Carbon sinks failing to keep up with emissions
mongabay.com
October 22, 2007




Atmospheric carbon dioxide (CO2) growth has increased 35 percent faster than expected since 2000, report scientists writing in Proceedings of the National Academy of Sciences. Worryingly, more than half the increase came from a decreased efficiency of natural land and ocean sinks to absorb CO2 from the atmosphere. The reminder came from a slowing in the efficiency of use of fossil fuels.

The research, which was conduced by the Global Carbon Project, the University of East Anglia (UEA), the British Antarctic Survey (BAS), and a number of other institutions, reported that global CO2 emissions were around 9.9 billion tons of carbon in 2006, or 35 percent above emissions in 1990, the year used as a reference year under the Kyoto Protocol. Atmospheric carbon dioxide levels climbed an average of 1.93 parts per million (ppm) between 2000 and 2006 compared with an annual growth rate of 1.58 during the 1980s and 1.49 ppm in the 1990s. Annual emissions from the burning of fossil fuels -- the largest source of anthropogenic carbon -- increased from 6.5 billion tons in the 1990s to 7.6 billion tons between 2000 and 2006. Emission from deforestation and other land-use change were 1.5 billion tons in 2006, or around 15 percent of total anthropogenic emissions.

Saturated carbon sinks


A power station in Australia. Credit CSIRO
The researchers say that climate-induced shifts in wind patterns over the Southern Ocean have brought carbon-rich water toward the surface, reducing the ocean's ability to absorb excess carbon dioxide from the atmosphere. On land, extensive droughts have reduced the uptake of carbon by plants.

"Weakening land and ocean sinks are contributing to the accelerating growth of atmospheric CO2," said co-author Chris Field, director of the Carnegie Institution's Department of Global Ecology.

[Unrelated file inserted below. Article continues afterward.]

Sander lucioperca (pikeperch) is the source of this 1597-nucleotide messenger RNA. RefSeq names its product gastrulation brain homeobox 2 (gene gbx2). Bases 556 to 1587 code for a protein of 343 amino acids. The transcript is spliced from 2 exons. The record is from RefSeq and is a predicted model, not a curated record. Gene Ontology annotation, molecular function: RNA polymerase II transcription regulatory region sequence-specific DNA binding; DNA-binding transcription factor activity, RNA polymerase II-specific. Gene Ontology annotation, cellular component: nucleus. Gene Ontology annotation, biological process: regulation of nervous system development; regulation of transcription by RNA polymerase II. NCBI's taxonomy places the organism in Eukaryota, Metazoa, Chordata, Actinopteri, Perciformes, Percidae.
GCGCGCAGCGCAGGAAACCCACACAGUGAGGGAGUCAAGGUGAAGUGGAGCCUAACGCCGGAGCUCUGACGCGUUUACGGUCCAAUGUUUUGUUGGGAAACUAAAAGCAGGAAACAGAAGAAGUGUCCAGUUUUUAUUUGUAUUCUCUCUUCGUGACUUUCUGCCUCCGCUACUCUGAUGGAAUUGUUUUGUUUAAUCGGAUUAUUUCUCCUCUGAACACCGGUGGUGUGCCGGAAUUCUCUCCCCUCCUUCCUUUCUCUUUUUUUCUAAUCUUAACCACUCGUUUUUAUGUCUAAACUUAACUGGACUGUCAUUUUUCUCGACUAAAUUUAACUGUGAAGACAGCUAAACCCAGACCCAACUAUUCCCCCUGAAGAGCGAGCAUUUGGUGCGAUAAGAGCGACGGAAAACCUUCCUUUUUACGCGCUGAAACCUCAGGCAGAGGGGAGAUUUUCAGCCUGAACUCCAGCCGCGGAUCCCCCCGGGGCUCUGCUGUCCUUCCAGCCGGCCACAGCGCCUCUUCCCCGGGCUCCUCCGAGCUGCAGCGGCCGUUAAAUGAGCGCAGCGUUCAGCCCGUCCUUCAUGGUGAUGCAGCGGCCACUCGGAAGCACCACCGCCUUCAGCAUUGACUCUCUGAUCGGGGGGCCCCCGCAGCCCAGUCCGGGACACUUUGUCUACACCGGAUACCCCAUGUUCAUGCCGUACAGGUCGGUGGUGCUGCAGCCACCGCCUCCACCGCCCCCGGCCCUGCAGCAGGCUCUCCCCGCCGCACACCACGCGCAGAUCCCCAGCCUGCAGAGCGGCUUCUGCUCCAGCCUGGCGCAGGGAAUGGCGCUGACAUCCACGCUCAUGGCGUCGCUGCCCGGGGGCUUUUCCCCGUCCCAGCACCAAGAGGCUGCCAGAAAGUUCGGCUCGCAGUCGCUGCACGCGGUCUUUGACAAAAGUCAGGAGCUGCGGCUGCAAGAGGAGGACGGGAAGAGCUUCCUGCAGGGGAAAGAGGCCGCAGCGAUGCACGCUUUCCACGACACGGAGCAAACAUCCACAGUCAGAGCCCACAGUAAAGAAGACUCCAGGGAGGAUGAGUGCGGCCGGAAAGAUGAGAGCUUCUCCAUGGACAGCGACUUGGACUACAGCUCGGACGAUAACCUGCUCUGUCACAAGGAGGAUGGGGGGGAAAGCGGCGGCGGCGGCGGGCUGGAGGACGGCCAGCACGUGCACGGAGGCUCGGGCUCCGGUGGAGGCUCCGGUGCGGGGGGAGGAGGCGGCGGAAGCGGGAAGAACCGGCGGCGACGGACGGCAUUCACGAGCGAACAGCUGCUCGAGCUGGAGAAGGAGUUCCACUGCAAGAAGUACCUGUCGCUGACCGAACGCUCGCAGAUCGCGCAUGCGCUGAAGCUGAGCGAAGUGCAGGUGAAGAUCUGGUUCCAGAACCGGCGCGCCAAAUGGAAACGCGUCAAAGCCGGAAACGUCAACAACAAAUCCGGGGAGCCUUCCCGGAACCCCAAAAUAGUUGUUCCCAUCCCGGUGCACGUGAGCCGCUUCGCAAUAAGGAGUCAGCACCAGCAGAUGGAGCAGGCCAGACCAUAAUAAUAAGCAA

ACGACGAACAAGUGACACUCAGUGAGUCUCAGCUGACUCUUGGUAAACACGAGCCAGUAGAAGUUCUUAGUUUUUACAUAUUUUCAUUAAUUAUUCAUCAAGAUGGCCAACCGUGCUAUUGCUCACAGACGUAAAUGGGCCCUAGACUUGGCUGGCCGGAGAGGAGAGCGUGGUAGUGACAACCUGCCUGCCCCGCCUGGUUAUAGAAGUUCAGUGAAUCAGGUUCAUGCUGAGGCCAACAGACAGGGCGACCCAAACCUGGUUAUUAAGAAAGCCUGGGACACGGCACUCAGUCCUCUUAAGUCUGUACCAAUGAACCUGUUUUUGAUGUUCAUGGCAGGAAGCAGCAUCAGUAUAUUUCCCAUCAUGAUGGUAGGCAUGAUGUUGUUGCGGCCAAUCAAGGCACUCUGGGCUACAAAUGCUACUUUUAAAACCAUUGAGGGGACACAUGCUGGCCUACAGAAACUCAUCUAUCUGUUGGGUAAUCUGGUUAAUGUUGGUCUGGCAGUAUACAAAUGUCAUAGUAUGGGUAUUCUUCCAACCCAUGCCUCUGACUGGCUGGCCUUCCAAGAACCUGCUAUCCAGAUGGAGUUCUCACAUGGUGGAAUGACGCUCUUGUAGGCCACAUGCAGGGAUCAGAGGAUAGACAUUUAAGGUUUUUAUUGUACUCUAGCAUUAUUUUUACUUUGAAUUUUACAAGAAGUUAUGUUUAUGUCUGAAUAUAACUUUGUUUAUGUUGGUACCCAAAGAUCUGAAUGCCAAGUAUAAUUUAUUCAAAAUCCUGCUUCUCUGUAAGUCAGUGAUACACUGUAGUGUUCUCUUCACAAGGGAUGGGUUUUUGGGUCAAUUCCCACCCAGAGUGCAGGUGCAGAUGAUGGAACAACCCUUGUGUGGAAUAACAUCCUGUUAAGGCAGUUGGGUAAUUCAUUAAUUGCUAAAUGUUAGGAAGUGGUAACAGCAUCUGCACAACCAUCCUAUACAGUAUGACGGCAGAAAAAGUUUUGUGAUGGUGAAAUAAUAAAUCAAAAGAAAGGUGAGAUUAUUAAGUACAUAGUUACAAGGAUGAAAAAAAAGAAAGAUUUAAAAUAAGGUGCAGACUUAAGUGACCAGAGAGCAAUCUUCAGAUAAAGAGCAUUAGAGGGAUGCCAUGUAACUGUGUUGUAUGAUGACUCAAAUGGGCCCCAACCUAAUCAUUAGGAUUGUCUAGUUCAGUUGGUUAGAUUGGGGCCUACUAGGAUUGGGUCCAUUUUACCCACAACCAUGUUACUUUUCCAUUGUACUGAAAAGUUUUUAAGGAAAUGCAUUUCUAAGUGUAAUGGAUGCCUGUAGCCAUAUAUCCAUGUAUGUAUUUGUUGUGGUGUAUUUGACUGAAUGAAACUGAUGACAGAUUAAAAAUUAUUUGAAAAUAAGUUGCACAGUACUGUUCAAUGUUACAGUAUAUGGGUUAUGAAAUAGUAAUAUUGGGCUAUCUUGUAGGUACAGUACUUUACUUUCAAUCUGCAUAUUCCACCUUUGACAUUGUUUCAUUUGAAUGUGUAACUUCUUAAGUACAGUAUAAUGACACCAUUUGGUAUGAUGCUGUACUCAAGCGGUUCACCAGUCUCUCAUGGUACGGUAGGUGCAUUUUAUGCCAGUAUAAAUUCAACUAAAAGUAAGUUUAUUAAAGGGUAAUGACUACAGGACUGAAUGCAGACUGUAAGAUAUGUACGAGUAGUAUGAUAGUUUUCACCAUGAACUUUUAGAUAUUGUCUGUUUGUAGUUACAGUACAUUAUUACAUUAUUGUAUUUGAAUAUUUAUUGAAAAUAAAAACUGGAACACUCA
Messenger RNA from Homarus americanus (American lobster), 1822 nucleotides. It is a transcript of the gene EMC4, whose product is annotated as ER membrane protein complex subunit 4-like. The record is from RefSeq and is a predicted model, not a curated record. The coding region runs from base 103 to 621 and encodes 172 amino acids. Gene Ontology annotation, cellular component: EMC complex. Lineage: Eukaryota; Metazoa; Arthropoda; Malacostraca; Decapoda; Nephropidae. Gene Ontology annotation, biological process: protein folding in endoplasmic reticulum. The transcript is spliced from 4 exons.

"The decline in global sink efficiency suggests that stabilization of atmospheric CO2 is even more difficult to achieve than previously thought," explained co-author Dr Corinne Le Quéré of the University of East Anglia and British Antarctic Survey. "We found that nearly half of the decline in the efficiency of the ocean CO2 sink is due to the intensification of the winds in the Southern Ocean."


Global carbon sinks and sources 1850-2006. Courtesy of the Global Carbon Project.



Carbon efficiency of economic growth declines


Anthropogenic carbon emissions: World carbon intensity of GDP. Courtesy of the Global Carbon Project
The research also showed that improvements in the carbon intensity of the global economy have faltered since 2000 after improving by about 1.3 percent per year for prior 30 years.

"Because practically all proposed scenarios for managing future emissions postulate improvements in carbon intensity in the global economy, this deterioration of carbon intensity presents a serious challenge in stabilizing atmospheric carbon dioxide and mitigating climate change," warned the Carnegie Institution in a statement.

"What we are seeing is a decrease in the planet's ability to absorb carbon emissions due to human activity," said the study's lead author, Dr Pep Canadell, executive director of the Global Carbon Project. "Fifty years ago, for every tonne of CO2 emitted, 600kg were removed by land and ocean sinks. However, in 2006, only 550kg were removed per tonne and that amount is falling."

"The longer we delay reducing emissions, the more restorative capacity will be lost," added CSIRO scientist Dr Mike Raupach, a co-chair of the Global Carbon Project.

CITATION: Josep G. Canadell, Corinne Le Quere, Michael R. Raupach, Christopher B. Field, Erik T. Buitenhuis, Philippe Ciais, Thomas J. Conway, Nathan P. Gillett, R. A. Houghton, and Gregg Marland (2007). Contributions to accelerating atmospheric CO2 growth from economic activity, carbon intensity, and efficiency of natural sinks. Proceedings of the National Academy of Sciences , October 2007.





CITATION:
mongabay.com (October 22, 2007).

Carbon sinks failing to keep up with emissions.

http://news.mongabay.com/2007/1022-carbon.html